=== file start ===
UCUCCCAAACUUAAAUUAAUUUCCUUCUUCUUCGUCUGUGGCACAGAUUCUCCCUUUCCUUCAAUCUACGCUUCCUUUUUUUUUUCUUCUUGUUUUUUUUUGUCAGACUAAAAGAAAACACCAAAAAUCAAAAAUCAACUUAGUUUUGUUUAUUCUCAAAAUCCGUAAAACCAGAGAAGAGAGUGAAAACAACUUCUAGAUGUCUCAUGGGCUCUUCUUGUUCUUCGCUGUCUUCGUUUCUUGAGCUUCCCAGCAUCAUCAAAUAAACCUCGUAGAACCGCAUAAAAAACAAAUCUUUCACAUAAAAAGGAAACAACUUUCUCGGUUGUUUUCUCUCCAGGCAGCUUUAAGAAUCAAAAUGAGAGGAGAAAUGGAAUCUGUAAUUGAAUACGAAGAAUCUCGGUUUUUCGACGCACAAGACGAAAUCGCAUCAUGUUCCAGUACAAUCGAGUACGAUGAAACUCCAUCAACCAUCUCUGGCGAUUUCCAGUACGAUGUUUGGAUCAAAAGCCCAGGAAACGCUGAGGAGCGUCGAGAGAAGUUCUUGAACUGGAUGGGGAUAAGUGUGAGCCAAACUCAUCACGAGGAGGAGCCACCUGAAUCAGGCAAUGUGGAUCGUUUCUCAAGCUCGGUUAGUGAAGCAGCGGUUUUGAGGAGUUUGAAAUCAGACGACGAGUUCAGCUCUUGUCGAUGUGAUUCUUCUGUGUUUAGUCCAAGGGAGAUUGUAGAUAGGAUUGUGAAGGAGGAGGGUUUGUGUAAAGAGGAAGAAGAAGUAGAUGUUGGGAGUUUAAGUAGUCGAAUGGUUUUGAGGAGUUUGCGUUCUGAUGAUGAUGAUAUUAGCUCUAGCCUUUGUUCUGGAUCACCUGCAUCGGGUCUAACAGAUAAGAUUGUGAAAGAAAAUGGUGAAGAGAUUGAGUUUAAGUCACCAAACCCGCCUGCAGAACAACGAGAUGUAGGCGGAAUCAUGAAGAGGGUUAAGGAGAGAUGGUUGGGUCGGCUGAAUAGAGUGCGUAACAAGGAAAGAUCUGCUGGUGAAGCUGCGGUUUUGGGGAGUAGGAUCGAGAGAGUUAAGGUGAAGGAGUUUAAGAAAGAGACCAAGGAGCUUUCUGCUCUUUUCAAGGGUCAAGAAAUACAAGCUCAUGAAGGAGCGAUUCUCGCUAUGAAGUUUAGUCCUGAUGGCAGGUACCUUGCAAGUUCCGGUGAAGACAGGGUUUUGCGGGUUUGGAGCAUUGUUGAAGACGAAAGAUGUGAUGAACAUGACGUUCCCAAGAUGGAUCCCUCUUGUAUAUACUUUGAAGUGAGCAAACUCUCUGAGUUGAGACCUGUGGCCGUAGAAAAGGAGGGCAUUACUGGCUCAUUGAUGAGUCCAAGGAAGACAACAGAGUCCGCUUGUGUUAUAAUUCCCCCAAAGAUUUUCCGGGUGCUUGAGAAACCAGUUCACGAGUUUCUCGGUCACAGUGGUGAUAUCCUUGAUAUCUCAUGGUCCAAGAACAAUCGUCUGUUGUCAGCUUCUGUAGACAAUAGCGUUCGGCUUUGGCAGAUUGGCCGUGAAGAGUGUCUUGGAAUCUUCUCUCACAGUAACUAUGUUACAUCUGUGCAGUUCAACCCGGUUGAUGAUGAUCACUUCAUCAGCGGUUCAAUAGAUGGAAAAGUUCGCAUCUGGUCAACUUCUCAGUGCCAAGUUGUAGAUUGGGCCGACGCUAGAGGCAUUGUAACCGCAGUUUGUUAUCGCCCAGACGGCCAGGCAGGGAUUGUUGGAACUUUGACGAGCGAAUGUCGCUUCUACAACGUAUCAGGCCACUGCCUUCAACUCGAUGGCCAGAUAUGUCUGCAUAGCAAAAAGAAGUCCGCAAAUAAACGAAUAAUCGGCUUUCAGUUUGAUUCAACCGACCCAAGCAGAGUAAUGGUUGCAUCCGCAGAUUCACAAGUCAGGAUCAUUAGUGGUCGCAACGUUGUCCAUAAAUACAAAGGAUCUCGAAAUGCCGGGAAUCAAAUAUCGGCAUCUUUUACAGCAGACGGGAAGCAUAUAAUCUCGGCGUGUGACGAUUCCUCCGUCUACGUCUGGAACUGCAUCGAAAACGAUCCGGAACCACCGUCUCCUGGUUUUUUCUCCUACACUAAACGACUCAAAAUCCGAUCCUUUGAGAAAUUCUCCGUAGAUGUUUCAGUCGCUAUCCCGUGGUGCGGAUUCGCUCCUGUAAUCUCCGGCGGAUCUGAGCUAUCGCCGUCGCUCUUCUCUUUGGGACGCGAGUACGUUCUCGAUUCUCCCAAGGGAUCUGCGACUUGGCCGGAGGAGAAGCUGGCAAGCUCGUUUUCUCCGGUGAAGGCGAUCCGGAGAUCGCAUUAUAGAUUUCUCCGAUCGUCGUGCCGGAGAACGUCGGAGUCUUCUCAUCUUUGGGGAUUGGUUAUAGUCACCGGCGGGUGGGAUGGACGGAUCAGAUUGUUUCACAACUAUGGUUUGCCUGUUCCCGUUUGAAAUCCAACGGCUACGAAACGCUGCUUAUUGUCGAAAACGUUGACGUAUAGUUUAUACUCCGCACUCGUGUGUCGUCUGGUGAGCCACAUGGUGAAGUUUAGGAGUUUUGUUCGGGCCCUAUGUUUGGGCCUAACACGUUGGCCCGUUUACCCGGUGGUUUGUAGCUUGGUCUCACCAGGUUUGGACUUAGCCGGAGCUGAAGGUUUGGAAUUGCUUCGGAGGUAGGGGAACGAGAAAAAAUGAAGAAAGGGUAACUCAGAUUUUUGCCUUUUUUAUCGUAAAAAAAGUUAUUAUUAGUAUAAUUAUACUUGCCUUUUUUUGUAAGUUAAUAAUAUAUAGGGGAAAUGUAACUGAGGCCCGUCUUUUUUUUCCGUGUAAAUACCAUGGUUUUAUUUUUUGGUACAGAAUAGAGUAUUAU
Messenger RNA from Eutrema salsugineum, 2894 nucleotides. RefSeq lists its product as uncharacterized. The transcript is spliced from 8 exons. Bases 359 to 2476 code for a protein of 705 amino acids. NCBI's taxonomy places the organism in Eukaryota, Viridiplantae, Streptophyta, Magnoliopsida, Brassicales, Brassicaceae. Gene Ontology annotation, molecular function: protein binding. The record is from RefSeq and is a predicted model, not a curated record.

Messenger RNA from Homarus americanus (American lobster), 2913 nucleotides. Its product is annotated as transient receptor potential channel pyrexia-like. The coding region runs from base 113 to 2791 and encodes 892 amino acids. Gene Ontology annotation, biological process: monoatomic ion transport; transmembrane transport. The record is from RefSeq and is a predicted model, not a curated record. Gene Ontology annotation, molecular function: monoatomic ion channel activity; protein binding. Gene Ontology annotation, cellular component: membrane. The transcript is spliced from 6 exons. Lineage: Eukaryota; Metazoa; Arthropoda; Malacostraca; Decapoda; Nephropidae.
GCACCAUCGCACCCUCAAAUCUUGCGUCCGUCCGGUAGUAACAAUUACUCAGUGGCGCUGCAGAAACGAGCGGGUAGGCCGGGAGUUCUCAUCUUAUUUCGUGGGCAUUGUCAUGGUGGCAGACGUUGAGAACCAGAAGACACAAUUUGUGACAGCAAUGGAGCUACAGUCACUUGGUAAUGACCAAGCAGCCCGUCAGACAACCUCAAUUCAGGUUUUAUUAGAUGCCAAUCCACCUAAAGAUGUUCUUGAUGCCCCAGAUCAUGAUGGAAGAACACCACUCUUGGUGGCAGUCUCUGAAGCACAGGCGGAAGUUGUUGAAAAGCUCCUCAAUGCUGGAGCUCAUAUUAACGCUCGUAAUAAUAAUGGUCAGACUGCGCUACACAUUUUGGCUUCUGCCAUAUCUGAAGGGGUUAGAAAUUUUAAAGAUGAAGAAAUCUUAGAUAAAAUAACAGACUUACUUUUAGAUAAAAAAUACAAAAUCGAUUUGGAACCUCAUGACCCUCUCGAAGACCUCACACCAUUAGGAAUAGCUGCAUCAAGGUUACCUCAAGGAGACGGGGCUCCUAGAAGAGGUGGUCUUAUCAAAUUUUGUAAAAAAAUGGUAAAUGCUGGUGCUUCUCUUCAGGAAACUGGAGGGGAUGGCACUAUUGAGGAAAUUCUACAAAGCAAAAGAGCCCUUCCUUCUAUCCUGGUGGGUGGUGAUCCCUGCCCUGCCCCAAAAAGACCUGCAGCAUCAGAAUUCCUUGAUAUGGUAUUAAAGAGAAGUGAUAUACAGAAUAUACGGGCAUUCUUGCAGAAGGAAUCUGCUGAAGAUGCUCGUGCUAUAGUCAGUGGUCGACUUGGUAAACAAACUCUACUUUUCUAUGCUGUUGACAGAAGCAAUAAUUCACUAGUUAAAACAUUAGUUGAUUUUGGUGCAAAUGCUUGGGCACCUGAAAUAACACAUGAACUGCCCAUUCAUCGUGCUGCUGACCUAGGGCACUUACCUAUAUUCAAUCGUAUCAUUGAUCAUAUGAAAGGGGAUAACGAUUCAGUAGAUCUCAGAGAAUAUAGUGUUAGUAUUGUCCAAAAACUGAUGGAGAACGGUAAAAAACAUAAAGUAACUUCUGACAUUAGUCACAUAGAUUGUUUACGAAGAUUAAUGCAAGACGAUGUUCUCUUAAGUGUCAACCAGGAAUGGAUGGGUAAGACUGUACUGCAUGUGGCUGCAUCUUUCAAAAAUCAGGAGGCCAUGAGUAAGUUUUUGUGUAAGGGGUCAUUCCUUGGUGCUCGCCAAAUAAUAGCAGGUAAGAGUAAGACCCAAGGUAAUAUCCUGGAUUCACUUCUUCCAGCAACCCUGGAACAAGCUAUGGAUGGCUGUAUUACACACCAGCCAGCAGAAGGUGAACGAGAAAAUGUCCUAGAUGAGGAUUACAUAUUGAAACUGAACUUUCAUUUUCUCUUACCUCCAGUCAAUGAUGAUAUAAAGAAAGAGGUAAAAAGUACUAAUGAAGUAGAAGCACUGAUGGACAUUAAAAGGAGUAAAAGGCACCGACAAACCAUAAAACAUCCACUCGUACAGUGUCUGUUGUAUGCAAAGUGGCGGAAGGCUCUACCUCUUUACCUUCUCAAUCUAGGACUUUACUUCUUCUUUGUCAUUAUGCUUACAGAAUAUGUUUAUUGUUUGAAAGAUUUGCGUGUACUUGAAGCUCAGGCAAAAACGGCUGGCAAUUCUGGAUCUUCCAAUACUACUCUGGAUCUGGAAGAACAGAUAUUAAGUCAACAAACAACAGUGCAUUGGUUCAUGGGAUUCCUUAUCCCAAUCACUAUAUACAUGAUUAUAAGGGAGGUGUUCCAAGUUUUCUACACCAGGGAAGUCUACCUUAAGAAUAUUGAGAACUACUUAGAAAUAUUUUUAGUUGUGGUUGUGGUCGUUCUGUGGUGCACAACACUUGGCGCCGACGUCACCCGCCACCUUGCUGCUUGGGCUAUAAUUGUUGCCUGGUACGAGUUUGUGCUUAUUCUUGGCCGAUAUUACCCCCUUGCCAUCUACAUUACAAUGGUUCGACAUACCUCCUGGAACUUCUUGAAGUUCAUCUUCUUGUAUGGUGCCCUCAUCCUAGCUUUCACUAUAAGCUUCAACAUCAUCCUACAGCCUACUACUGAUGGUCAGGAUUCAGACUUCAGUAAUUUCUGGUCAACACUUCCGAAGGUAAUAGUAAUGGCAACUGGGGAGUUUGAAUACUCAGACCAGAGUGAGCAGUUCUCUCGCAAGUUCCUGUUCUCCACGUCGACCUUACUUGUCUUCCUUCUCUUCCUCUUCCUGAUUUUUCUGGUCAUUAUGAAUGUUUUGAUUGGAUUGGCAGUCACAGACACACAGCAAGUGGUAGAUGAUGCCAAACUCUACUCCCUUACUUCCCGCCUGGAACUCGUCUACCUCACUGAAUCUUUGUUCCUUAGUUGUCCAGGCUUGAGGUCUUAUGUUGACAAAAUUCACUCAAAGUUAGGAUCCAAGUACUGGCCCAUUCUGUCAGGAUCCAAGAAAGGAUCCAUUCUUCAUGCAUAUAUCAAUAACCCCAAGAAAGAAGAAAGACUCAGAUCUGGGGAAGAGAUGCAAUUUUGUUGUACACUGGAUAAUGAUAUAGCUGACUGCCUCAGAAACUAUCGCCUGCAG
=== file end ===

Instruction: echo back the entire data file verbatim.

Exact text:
UCUCCCAAACUUAAAUUAAUUUCCUUCUUCUUCGUCUGUGGCACAGAUUCUCCCUUUCCUUCAAUCUACGCUUCCUUUUUUUUUUCUUCUUGUUUUUUUUUGUCAGACUAAAAGAAAACACCAAAAAUCAAAAAUCAACUUAGUUUUGUUUAUUCUCAAAAUCCGUAAAACCAGAGAAGAGAGUGAAAACAACUUCUAGAUGUCUCAUGGGCUCUUCUUGUUCUUCGCUGUCUUCGUUUCUUGAGCUUCCCAGCAUCAUCAAAUAAACCUCGUAGAACCGCAUAAAAAACAAAUCUUUCACAUAAAAAGGAAACAACUUUCUCGGUUGUUUUCUCUCCAGGCAGCUUUAAGAAUCAAAAUGAGAGGAGAAAUGGAAUCUGUAAUUGAAUACGAAGAAUCUCGGUUUUUCGACGCACAAGACGAAAUCGCAUCAUGUUCCAGUACAAUCGAGUACGAUGAAACUCCAUCAACCAUCUCUGGCGAUUUCCAGUACGAUGUUUGGAUCAAAAGCCCAGGAAACGCUGAGGAGCGUCGAGAGAAGUUCUUGAACUGGAUGGGGAUAAGUGUGAGCCAAACUCAUCACGAGGAGGAGCCACCUGAAUCAGGCAAUGUGGAUCGUUUCUCAAGCUCGGUUAGUGAAGCAGCGGUUUUGAGGAGUUUGAAAUCAGACGACGAGUUCAGCUCUUGUCGAUGUGAUUCUUCUGUGUUUAGUCCAAGGGAGAUUGUAGAUAGGAUUGUGAAGGAGGAGGGUUUGUGUAAAGAGGAAGAAGAAGUAGAUGUUGGGAGUUUAAGUAGUCGAAUGGUUUUGAGGAGUUUGCGUUCUGAUGAUGAUGAUAUUAGCUCUAGCCUUUGUUCUGGAUCACCUGCAUCGGGUCUAACAGAUAAGAUUGUGAAAGAAAAUGGUGAAGAGAUUGAGUUUAAGUCACCAAACCCGCCUGCAGAACAACGAGAUGUAGGCGGAAUCAUGAAGAGGGUUAAGGAGAGAUGGUUGGGUCGGCUGAAUAGAGUGCGUAACAAGGAAAGAUCUGCUGGUGAAGCUGCGGUUUUGGGGAGUAGGAUCGAGAGAGUUAAGGUGAAGGAGUUUAAGAAAGAGACCAAGGAGCUUUCUGCUCUUUUCAAGGGUCAAGAAAUACAAGCUCAUGAAGGAGCGAUUCUCGCUAUGAAGUUUAGUCCUGAUGGCAGGUACCUUGCAAGUUCCGGUGAAGACAGGGUUUUGCGGGUUUGGAGCAUUGUUGAAGACGAAAGAUGUGAUGAACAUGACGUUCCCAAGAUGGAUCCCUCUUGUAUAUACUUUGAAGUGAGCAAACUCUCUGAGUUGAGACCUGUGGCCGUAGAAAAGGAGGGCAUUACUGGCUCAUUGAUGAGUCCAAGGAAGACAACAGAGUCCGCUUGUGUUAUAAUUCCCCCAAAGAUUUUCCGGGUGCUUGAGAAACCAGUUCACGAGUUUCUCGGUCACAGUGGUGAUAUCCUUGAUAUCUCAUGGUCCAAGAACAAUCGUCUGUUGUCAGCUUCUGUAGACAAUAGCGUUCGGCUUUGGCAGAUUGGCCGUGAAGAGUGUCUUGGAAUCUUCUCUCACAGUAACUAUGUUACAUCUGUGCAGUUCAACCCGGUUGAUGAUGAUCACUUCAUCAGCGGUUCAAUAGAUGGAAAAGUUCGCAUCUGGUCAACUUCUCAGUGCCAAGUUGUAGAUUGGGCCGACGCUAGAGGCAUUGUAACCGCAGUUUGUUAUCGCCCAGACGGCCAGGCAGGGAUUGUUGGAACUUUGACGAGCGAAUGUCGCUUCUACAACGUAUCAGGCCACUGCCUUCAACUCGAUGGCCAGAUAUGUCUGCAUAGCAAAAAGAAGUCCGCAAAUAAACGAAUAAUCGGCUUUCAGUUUGAUUCAACCGACCCAAGCAGAGUAAUGGUUGCAUCCGCAGAUUCACAAGUCAGGAUCAUUAGUGGUCGCAACGUUGUCCAUAAAUACAAAGGAUCUCGAAAUGCCGGGAAUCAAAUAUCGGCAUCUUUUACAGCAGACGGGAAGCAUAUAAUCUCGGCGUGUGACGAUUCCUCCGUCUACGUCUGGAACUGCAUCGAAAACGAUCCGGAACCACCGUCUCCUGGUUUUUUCUCCUACACUAAACGACUCAAAAUCCGAUCCUUUGAGAAAUUCUCCGUAGAUGUUUCAGUCGCUAUCCCGUGGUGCGGAUUCGCUCCUGUAAUCUCCGGCGGAUCUGAGCUAUCGCCGUCGCUCUUCUCUUUGGGACGCGAGUACGUUCUCGAUUCUCCCAAGGGAUCUGCGACUUGGCCGGAGGAGAAGCUGGCAAGCUCGUUUUCUCCGGUGAAGGCGAUCCGGAGAUCGCAUUAUAGAUUUCUCCGAUCGUCGUGCCGGAGAACGUCGGAGUCUUCUCAUCUUUGGGGAUUGGUUAUAGUCACCGGCGGGUGGGAUGGACGGAUCAGAUUGUUUCACAACUAUGGUUUGCCUGUUCCCGUUUGAAAUCCAACGGCUACGAAACGCUGCUUAUUGUCGAAAACGUUGACGUAUAGUUUAUACUCCGCACUCGUGUGUCGUCUGGUGAGCCACAUGGUGAAGUUUAGGAGUUUUGUUCGGGCCCUAUGUUUGGGCCUAACACGUUGGCCCGUUUACCCGGUGGUUUGUAGCUUGGUCUCACCAGGUUUGGACUUAGCCGGAGCUGAAGGUUUGGAAUUGCUUCGGAGGUAGGGGAACGAGAAAAAAUGAAGAAAGGGUAACUCAGAUUUUUGCCUUUUUUAUCGUAAAAAAAGUUAUUAUUAGUAUAAUUAUACUUGCCUUUUUUUGUAAGUUAAUAAUAUAUAGGGGAAAUGUAACUGAGGCCCGUCUUUUUUUUCCGUGUAAAUACCAUGGUUUUAUUUUUUGGUACAGAAUAGAGUAUUAU
Messenger RNA from Eutrema salsugineum, 2894 nucleotides. RefSeq lists its product as uncharacterized. The transcript is spliced from 8 exons. Bases 359 to 2476 code for a protein of 705 amino acids. NCBI's taxonomy places the organism in Eukaryota, Viridiplantae, Streptophyta, Magnoliopsida, Brassicales, Brassicaceae. Gene Ontology annotation, molecular function: protein binding. The record is from RefSeq and is a predicted model, not a curated record.

Messenger RNA from Homarus americanus (American lobster), 2913 nucleotides. Its product is annotated as transient receptor potential channel pyrexia-like. The coding region runs from base 113 to 2791 and encodes 892 amino acids. Gene Ontology annotation, biological process: monoatomic ion transport; transmembrane transport. The record is from RefSeq and is a predicted model, not a curated record. Gene Ontology annotation, molecular function: monoatomic ion channel activity; protein binding. Gene Ontology annotation, cellular component: membrane. The transcript is spliced from 6 exons. Lineage: Eukaryota; Metazoa; Arthropoda; Malacostraca; Decapoda; Nephropidae.
GCACCAUCGCACCCUCAAAUCUUGCGUCCGUCCGGUAGUAACAAUUACUCAGUGGCGCUGCAGAAACGAGCGGGUAGGCCGGGAGUUCUCAUCUUAUUUCGUGGGCAUUGUCAUGGUGGCAGACGUUGAGAACCAGAAGACACAAUUUGUGACAGCAAUGGAGCUACAGUCACUUGGUAAUGACCAAGCAGCCCGUCAGACAACCUCAAUUCAGGUUUUAUUAGAUGCCAAUCCACCUAAAGAUGUUCUUGAUGCCCCAGAUCAUGAUGGAAGAACACCACUCUUGGUGGCAGUCUCUGAAGCACAGGCGGAAGUUGUUGAAAAGCUCCUCAAUGCUGGAGCUCAUAUUAACGCUCGUAAUAAUAAUGGUCAGACUGCGCUACACAUUUUGGCUUCUGCCAUAUCUGAAGGGGUUAGAAAUUUUAAAGAUGAAGAAAUCUUAGAUAAAAUAACAGACUUACUUUUAGAUAAAAAAUACAAAAUCGAUUUGGAACCUCAUGACCCUCUCGAAGACCUCACACCAUUAGGAAUAGCUGCAUCAAGGUUACCUCAAGGAGACGGGGCUCCUAGAAGAGGUGGUCUUAUCAAAUUUUGUAAAAAAAUGGUAAAUGCUGGUGCUUCUCUUCAGGAAACUGGAGGGGAUGGCACUAUUGAGGAAAUUCUACAAAGCAAAAGAGCCCUUCCUUCUAUCCUGGUGGGUGGUGAUCCCUGCCCUGCCCCAAAAAGACCUGCAGCAUCAGAAUUCCUUGAUAUGGUAUUAAAGAGAAGUGAUAUACAGAAUAUACGGGCAUUCUUGCAGAAGGAAUCUGCUGAAGAUGCUCGUGCUAUAGUCAGUGGUCGACUUGGUAAACAAACUCUACUUUUCUAUGCUGUUGACAGAAGCAAUAAUUCACUAGUUAAAACAUUAGUUGAUUUUGGUGCAAAUGCUUGGGCACCUGAAAUAACACAUGAACUGCCCAUUCAUCGUGCUGCUGACCUAGGGCACUUACCUAUAUUCAAUCGUAUCAUUGAUCAUAUGAAAGGGGAUAACGAUUCAGUAGAUCUCAGAGAAUAUAGUGUUAGUAUUGUCCAAAAACUGAUGGAGAACGGUAAAAAACAUAAAGUAACUUCUGACAUUAGUCACAUAGAUUGUUUACGAAGAUUAAUGCAAGACGAUGUUCUCUUAAGUGUCAACCAGGAAUGGAUGGGUAAGACUGUACUGCAUGUGGCUGCAUCUUUCAAAAAUCAGGAGGCCAUGAGUAAGUUUUUGUGUAAGGGGUCAUUCCUUGGUGCUCGCCAAAUAAUAGCAGGUAAGAGUAAGACCCAAGGUAAUAUCCUGGAUUCACUUCUUCCAGCAACCCUGGAACAAGCUAUGGAUGGCUGUAUUACACACCAGCCAGCAGAAGGUGAACGAGAAAAUGUCCUAGAUGAGGAUUACAUAUUGAAACUGAACUUUCAUUUUCUCUUACCUCCAGUCAAUGAUGAUAUAAAGAAAGAGGUAAAAAGUACUAAUGAAGUAGAAGCACUGAUGGACAUUAAAAGGAGUAAAAGGCACCGACAAACCAUAAAACAUCCACUCGUACAGUGUCUGUUGUAUGCAAAGUGGCGGAAGGCUCUACCUCUUUACCUUCUCAAUCUAGGACUUUACUUCUUCUUUGUCAUUAUGCUUACAGAAUAUGUUUAUUGUUUGAAAGAUUUGCGUGUACUUGAAGCUCAGGCAAAAACGGCUGGCAAUUCUGGAUCUUCCAAUACUACUCUGGAUCUGGAAGAACAGAUAUUAAGUCAACAAACAACAGUGCAUUGGUUCAUGGGAUUCCUUAUCCCAAUCACUAUAUACAUGAUUAUAAGGGAGGUGUUCCAAGUUUUCUACACCAGGGAAGUCUACCUUAAGAAUAUUGAGAACUACUUAGAAAUAUUUUUAGUUGUGGUUGUGGUCGUUCUGUGGUGCACAACACUUGGCGCCGACGUCACCCGCCACCUUGCUGCUUGGGCUAUAAUUGUUGCCUGGUACGAGUUUGUGCUUAUUCUUGGCCGAUAUUACCCCCUUGCCAUCUACAUUACAAUGGUUCGACAUACCUCCUGGAACUUCUUGAAGUUCAUCUUCUUGUAUGGUGCCCUCAUCCUAGCUUUCACUAUAAGCUUCAACAUCAUCCUACAGCCUACUACUGAUGGUCAGGAUUCAGACUUCAGUAAUUUCUGGUCAACACUUCCGAAGGUAAUAGUAAUGGCAACUGGGGAGUUUGAAUACUCAGACCAGAGUGAGCAGUUCUCUCGCAAGUUCCUGUUCUCCACGUCGACCUUACUUGUCUUCCUUCUCUUCCUCUUCCUGAUUUUUCUGGUCAUUAUGAAUGUUUUGAUUGGAUUGGCAGUCACAGACACACAGCAAGUGGUAGAUGAUGCCAAACUCUACUCCCUUACUUCCCGCCUGGAACUCGUCUACCUCACUGAAUCUUUGUUCCUUAGUUGUCCAGGCUUGAGGUCUUAUGUUGACAAAAUUCACUCAAAGUUAGGAUCCAAGUACUGGCCCAUUCUGUCAGGAUCCAAGAAAGGAUCCAUUCUUCAUGCAUAUAUCAAUAACCCCAAGAAAGAAGAAAGACUCAGAUCUGGGGAAGAGAUGCAAUUUUGUUGUACACUGGAUAAUGAUAUAGCUGACUGCCUCAGAAACUAUCGCCUGCAG